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Basic Permutation Example

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Please help with the following combinatorics problems.

Sarah, Jolly and Betty are female triplets. They and their 10 cousins are posing for a series of photographs. One pose involves all 13 children. How many ways can the 7 boys and 6 girls be arranged in one row under each of the following conditions?

a) The boys and girls must alternate positions.
b) The triplets must stand next to each other.

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Solution Summary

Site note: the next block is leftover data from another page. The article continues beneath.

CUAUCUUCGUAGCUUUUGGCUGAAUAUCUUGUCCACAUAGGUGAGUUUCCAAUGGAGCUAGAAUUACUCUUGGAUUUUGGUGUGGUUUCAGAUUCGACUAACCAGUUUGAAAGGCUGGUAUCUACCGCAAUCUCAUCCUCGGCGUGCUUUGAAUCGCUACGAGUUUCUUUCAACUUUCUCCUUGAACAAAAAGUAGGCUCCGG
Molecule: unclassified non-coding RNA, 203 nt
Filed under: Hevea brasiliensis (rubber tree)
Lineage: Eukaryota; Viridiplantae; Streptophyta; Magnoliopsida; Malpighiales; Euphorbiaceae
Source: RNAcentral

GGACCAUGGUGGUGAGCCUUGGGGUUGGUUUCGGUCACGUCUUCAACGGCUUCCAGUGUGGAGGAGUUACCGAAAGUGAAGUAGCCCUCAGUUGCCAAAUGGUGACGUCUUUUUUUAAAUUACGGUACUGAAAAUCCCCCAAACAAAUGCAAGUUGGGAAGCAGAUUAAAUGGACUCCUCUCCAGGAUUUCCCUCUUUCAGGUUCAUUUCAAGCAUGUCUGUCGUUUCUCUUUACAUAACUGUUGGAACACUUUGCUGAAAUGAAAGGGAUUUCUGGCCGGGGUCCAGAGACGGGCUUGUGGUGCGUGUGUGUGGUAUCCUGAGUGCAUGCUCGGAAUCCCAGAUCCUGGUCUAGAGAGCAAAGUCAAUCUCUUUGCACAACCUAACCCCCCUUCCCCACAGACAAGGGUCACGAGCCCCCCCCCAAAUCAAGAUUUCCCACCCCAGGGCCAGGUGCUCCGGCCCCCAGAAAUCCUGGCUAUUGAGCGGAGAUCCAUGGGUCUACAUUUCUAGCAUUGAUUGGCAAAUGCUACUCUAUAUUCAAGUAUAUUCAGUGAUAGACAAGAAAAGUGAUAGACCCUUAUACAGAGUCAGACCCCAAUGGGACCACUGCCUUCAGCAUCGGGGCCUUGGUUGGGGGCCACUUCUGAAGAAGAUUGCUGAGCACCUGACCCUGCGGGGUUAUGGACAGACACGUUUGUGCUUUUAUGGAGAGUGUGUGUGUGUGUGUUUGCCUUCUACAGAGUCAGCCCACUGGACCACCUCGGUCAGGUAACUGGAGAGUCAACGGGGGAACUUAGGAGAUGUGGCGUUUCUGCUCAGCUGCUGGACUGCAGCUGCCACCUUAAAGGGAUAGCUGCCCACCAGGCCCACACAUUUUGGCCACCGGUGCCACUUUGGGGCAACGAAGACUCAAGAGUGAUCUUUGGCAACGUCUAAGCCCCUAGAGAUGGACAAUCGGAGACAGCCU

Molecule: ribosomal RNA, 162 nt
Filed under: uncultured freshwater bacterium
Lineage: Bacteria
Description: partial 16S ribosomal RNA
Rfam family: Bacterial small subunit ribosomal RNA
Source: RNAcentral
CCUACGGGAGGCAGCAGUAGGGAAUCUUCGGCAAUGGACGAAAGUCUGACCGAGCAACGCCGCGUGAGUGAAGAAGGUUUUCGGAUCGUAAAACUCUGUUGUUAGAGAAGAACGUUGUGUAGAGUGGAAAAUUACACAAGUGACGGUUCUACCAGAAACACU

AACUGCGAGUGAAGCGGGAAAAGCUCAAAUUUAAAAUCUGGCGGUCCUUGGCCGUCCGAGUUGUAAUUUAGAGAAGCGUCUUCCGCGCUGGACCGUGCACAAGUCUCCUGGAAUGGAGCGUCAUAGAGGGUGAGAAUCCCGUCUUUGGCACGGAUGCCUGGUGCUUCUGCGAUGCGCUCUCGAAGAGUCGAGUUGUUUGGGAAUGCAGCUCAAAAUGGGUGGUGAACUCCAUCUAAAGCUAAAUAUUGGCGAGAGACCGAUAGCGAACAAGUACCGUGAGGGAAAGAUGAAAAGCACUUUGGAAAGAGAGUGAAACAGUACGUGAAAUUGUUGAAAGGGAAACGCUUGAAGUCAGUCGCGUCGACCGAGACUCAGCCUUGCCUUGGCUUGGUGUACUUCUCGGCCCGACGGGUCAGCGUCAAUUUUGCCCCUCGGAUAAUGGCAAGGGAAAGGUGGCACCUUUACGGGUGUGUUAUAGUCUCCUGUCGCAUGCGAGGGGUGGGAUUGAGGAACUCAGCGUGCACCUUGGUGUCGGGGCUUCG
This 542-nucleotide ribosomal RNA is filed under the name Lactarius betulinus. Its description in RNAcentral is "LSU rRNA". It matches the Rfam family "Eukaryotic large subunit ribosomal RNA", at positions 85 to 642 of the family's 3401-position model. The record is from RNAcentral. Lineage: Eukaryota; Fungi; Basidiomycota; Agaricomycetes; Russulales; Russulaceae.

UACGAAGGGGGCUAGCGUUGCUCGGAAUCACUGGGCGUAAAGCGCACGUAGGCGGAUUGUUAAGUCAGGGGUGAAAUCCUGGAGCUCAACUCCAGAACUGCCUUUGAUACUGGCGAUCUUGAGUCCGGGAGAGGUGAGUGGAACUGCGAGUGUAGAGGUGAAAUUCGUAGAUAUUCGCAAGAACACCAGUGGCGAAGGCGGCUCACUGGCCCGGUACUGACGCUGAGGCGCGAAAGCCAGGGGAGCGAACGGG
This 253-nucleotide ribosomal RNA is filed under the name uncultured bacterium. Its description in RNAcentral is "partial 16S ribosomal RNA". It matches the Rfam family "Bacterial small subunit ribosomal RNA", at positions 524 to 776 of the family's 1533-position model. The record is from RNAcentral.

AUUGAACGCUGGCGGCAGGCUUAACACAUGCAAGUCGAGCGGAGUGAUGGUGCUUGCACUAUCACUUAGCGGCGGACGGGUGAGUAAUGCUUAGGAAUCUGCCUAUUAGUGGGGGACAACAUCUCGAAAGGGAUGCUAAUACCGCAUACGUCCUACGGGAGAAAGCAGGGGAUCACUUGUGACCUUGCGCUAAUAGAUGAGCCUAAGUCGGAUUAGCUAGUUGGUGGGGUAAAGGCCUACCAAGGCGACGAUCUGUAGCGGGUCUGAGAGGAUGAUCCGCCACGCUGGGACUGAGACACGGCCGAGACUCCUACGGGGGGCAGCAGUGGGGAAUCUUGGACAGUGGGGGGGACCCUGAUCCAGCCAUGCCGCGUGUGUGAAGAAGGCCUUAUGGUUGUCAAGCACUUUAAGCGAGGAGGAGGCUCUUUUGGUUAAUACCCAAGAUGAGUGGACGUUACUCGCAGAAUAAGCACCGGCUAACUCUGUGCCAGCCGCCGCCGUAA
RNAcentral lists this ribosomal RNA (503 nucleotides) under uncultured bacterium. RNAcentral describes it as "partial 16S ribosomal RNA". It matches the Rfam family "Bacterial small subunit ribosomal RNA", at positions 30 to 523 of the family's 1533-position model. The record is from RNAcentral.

This is a basic combinatorics problem demonstrating the concepts of factorials (!), permutations, and combinations. It is appropriate for introductory courses in probability and statistics. It provides an example problem involving basic permutations that includes arranging boys and girls in a photograph. Explanations an calculations are provided in the solution.

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a) The boys and girls must alternate positions.

The answer is 7! x 6!. If the boys and girls must alternate positions, then the row must begin with a boy, followed by a girl, etc. in something like the following: B G B G B G B G B G B G B. ...

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